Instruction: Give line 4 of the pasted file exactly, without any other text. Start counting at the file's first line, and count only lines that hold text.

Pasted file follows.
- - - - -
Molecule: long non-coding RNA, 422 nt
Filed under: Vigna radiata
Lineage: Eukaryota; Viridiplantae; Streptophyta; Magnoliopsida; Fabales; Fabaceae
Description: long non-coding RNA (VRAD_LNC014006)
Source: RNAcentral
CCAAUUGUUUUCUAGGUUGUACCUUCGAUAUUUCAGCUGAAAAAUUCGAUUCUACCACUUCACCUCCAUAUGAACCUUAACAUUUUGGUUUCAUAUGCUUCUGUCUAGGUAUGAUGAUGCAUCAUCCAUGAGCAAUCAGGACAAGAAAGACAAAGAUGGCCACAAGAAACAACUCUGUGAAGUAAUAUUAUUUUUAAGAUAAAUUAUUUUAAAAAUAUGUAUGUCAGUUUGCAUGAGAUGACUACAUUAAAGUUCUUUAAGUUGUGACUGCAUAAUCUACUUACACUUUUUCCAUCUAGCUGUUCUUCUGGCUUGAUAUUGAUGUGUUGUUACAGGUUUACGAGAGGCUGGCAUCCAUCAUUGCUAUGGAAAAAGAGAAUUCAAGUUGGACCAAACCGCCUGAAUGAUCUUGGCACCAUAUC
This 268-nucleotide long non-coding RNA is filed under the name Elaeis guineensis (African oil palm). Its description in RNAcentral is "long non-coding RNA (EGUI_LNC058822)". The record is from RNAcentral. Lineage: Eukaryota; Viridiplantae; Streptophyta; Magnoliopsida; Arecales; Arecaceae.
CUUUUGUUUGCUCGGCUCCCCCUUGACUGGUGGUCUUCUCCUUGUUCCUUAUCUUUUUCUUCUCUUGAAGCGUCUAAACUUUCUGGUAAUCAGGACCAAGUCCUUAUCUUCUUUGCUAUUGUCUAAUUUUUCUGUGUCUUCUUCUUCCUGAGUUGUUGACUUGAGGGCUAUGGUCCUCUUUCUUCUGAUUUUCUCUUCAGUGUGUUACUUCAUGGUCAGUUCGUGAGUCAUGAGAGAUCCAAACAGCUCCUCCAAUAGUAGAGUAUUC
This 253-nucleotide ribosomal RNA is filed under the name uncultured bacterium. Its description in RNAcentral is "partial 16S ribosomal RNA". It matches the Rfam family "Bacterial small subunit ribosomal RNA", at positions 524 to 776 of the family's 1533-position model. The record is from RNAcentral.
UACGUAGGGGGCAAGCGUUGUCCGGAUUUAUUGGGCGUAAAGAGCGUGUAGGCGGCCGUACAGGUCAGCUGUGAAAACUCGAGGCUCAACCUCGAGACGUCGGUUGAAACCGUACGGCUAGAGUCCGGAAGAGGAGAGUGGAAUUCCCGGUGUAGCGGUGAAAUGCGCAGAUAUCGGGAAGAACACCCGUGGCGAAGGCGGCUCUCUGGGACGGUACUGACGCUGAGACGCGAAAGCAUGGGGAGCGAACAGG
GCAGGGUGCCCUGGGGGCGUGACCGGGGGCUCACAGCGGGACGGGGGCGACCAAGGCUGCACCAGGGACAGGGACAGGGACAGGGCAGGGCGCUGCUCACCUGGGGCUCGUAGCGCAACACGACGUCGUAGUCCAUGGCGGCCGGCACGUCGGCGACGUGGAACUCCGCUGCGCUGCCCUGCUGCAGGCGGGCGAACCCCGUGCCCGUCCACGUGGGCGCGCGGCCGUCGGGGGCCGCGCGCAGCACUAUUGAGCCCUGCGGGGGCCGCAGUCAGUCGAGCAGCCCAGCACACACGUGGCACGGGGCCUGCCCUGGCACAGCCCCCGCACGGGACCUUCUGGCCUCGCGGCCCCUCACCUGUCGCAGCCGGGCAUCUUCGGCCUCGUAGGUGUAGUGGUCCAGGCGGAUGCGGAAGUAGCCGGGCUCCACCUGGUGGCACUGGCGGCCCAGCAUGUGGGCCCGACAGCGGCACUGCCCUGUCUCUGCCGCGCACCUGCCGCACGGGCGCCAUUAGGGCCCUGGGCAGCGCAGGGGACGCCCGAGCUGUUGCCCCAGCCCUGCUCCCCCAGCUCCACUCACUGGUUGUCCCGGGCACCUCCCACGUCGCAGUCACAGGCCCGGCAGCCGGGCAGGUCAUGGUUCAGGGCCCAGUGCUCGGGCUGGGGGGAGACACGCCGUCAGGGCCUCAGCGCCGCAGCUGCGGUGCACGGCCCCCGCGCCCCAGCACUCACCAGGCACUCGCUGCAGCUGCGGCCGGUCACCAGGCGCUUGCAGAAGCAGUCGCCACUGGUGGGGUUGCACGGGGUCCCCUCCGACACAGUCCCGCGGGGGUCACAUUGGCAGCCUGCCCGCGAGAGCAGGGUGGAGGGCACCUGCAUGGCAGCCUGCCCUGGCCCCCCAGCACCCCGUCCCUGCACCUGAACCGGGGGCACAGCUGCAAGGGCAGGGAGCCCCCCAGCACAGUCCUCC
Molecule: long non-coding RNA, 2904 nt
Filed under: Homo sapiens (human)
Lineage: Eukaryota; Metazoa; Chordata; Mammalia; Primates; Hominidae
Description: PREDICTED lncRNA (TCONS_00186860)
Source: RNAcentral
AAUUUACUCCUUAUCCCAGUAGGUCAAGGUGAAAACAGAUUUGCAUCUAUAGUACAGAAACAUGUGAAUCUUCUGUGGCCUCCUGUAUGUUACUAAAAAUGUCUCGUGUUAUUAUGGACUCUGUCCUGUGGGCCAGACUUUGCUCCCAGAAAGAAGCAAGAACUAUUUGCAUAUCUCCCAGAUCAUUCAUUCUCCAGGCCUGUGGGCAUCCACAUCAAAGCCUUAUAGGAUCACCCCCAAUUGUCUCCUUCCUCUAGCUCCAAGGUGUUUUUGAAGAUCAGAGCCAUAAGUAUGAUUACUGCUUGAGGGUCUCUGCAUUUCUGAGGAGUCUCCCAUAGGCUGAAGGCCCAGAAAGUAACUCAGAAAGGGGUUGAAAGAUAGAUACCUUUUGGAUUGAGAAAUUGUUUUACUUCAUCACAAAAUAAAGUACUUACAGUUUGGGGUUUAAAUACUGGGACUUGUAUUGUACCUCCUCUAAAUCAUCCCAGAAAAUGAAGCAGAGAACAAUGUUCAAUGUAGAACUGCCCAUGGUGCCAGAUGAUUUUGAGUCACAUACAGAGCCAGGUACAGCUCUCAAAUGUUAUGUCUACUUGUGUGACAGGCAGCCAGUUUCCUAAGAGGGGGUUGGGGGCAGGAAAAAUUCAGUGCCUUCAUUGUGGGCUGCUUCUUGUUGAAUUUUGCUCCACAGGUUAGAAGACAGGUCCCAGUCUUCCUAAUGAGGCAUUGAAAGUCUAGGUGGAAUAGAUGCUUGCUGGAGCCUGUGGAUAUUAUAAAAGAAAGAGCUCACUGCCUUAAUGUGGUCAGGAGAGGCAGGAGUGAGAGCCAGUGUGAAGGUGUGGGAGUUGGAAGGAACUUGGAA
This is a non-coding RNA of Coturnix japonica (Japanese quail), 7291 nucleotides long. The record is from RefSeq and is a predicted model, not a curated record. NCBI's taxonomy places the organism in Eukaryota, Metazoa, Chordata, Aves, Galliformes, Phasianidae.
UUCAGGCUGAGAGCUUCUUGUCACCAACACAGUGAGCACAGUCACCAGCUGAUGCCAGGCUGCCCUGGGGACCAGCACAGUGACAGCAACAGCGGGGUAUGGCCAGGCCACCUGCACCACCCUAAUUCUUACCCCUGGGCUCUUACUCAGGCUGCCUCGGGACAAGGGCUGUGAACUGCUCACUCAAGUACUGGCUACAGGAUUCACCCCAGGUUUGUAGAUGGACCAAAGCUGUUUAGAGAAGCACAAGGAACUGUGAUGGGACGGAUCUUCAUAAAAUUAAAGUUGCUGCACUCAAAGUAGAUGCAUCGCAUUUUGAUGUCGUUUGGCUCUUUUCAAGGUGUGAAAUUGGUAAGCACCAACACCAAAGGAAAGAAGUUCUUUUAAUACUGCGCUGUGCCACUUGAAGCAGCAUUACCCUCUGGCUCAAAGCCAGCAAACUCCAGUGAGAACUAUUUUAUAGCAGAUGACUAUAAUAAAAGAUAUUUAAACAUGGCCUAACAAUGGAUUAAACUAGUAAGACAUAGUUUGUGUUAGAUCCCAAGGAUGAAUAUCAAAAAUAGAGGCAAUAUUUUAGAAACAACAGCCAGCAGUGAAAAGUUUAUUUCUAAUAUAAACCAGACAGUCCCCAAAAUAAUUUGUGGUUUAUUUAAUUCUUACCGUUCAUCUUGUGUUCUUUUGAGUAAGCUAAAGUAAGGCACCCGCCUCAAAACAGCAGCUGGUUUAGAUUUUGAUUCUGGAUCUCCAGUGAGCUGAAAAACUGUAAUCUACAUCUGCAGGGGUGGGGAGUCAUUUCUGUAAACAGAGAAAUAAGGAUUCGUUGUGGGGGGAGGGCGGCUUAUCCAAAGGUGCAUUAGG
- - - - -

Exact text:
Description: long non-coding RNA (VRAD_LNC014006)